‘Tweaking our parameters at the edges’: Gov. Murphy speaks on new indoor dining measures to slow COVID-19 spread

Changes are coming to indoor dining, as Gov. Phil Murphy spoke this morning about what he says are new measures to slow the spread of coronavirus.
Gov. Murphy's administration is set to order bars and restaurants to halt indoor dining from 10 p.m. to 5 a.m. starting this week because of an uptick in coronavirus.
On CNBC's Squawk Box, Gov. Murphy originally hinted at what he could announce during his 1 p.m. press briefing.
“My guess is later today, we are going to shave at the edges,” says Gov. Murphy. “For instance, if you sit at a bar, there's a much higher likelihood of transmission. Restaurants that stay open late, folks let their hair down later than earlier.”
This is not a lockdown, and there won’t be as strict measures that were taken in the spring, the governor says.
“We will take steps later today, but it won't come close to what we were doing in the spring,” says Gov. Murphy. “This is not a lockdown, but this is tweaking our parameters at the edges.”
But pulling back restrictions does leave some restaurant owners worried about what's next.
“He's been so inconsistent with the things he said and honestly it's like a grain of salt to me,” says franchise owner Camryn Monteforte. “I just take it day by day when I hear something, I try to make the proper changes to adapt, but right now, everything's changing constantly. Until it's concrete, I can't stress about it.”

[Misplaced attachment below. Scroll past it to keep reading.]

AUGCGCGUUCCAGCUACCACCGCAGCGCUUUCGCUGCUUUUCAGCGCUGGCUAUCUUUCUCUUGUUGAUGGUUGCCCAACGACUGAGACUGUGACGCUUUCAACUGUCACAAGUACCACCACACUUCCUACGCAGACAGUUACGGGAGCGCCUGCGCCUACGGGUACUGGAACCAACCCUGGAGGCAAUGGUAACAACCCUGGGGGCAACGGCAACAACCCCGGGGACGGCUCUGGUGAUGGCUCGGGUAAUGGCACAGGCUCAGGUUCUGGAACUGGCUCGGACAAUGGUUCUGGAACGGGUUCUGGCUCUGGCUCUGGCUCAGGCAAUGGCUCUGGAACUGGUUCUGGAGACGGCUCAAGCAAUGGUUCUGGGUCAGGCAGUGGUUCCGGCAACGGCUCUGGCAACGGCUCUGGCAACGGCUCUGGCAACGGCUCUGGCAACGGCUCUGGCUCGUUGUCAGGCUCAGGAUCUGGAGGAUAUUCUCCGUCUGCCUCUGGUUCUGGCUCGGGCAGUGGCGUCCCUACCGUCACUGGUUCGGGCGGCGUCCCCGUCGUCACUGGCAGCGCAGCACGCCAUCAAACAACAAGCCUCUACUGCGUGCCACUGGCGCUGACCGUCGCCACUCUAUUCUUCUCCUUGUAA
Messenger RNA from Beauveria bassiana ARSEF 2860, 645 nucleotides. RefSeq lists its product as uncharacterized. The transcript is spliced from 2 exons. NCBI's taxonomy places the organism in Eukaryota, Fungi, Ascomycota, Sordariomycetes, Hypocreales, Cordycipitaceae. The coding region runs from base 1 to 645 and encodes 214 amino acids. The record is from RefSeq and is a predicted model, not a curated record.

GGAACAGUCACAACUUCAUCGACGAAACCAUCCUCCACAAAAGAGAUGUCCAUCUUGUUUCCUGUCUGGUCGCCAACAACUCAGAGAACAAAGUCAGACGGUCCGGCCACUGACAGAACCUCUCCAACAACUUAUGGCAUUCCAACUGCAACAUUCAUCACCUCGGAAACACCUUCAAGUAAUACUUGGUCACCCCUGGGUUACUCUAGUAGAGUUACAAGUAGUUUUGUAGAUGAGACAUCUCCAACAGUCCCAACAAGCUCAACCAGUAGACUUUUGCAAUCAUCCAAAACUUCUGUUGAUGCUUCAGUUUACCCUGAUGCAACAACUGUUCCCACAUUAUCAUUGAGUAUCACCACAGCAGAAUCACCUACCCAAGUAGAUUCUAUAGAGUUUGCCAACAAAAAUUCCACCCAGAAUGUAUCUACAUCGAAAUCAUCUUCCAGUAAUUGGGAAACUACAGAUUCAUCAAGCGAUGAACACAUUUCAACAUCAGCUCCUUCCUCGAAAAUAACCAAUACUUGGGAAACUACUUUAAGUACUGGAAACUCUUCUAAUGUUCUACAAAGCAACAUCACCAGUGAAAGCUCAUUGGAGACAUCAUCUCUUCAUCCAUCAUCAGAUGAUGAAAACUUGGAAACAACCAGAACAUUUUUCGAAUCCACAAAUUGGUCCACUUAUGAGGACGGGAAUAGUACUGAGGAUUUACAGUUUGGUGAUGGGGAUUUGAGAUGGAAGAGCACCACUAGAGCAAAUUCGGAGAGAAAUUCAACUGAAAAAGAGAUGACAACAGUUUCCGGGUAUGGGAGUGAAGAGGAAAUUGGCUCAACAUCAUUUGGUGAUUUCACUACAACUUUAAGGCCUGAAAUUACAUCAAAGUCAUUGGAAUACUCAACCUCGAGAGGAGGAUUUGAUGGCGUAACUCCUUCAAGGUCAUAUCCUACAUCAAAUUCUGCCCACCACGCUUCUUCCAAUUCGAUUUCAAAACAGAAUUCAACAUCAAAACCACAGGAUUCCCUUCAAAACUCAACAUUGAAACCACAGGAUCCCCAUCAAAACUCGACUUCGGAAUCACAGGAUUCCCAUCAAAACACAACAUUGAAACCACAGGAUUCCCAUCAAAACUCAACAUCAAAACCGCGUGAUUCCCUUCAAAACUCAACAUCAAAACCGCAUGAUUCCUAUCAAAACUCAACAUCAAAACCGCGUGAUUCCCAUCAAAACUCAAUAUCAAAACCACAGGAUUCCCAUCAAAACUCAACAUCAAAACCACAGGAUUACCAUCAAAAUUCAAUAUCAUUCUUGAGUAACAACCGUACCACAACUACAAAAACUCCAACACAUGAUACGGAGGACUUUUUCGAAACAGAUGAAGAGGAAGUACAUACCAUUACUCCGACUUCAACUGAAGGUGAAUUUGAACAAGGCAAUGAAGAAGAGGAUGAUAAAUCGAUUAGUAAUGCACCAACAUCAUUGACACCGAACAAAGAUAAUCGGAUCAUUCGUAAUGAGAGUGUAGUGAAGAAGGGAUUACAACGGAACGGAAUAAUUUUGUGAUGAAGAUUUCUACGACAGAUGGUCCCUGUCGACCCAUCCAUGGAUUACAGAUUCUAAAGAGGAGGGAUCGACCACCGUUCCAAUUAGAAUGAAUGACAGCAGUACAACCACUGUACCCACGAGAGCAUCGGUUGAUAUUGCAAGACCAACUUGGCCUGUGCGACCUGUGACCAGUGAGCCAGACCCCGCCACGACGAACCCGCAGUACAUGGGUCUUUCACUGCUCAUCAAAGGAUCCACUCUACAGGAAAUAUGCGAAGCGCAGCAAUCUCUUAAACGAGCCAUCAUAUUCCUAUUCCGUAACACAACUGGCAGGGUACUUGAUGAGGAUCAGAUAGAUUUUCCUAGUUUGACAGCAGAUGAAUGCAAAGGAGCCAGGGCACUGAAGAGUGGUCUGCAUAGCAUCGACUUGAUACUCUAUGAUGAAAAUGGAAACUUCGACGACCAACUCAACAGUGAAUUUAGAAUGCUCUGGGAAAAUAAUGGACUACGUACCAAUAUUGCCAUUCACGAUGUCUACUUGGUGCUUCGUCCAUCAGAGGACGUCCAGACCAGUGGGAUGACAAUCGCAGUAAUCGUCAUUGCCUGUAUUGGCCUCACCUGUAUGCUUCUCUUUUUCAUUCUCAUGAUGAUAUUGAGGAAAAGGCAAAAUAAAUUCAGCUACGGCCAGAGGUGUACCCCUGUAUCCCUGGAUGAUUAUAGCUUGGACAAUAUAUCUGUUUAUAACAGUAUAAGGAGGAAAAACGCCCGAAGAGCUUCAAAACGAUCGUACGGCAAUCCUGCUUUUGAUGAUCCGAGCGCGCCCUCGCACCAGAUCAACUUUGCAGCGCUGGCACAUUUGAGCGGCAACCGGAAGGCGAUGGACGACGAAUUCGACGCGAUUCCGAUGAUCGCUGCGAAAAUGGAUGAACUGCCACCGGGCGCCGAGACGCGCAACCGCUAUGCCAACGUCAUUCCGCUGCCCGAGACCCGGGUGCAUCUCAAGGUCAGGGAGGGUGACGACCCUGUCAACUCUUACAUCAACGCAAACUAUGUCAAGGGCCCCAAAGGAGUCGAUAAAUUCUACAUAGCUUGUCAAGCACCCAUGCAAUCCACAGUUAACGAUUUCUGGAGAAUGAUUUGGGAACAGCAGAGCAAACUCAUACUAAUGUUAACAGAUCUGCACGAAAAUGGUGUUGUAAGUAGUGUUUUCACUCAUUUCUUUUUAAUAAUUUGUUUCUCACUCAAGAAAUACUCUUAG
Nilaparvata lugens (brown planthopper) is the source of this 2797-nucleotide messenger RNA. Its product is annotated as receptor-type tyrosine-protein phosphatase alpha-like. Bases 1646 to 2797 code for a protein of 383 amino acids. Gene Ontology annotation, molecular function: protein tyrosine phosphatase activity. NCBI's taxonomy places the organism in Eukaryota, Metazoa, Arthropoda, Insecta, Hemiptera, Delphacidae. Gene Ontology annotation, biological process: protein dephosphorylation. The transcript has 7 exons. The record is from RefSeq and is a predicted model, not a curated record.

The governor’s restrictions are expected to include closing bar seating, and forcing restaurants and casinos to stop serving food and alcohol after 10 p.m., but allowing increased capacity as long as plexiglass barriers separate tables and booths.
The owners and managers at Meemoms in Wall Township say it's a struggle even at 25% capacity, and there's no worse feeling than having to turn people away.
“I think we are all a little nervous,” says manager Susie Dowling. “We are on edge of our seats right now wondering what's next balls in his court unfortunately. That's all we can do is just wait.” News 12 spoke on the phone with the New Jersey Restaurant and Hospitality Association for reaction, and president Marilou Halvorsen said, “We are blaming an industry, that's not the problem. We are the go to scapegoat. These restrictions will push people into homes to socialize. We have strict sanitation protocols. It's frustrating every time there's an issue we get further penalized."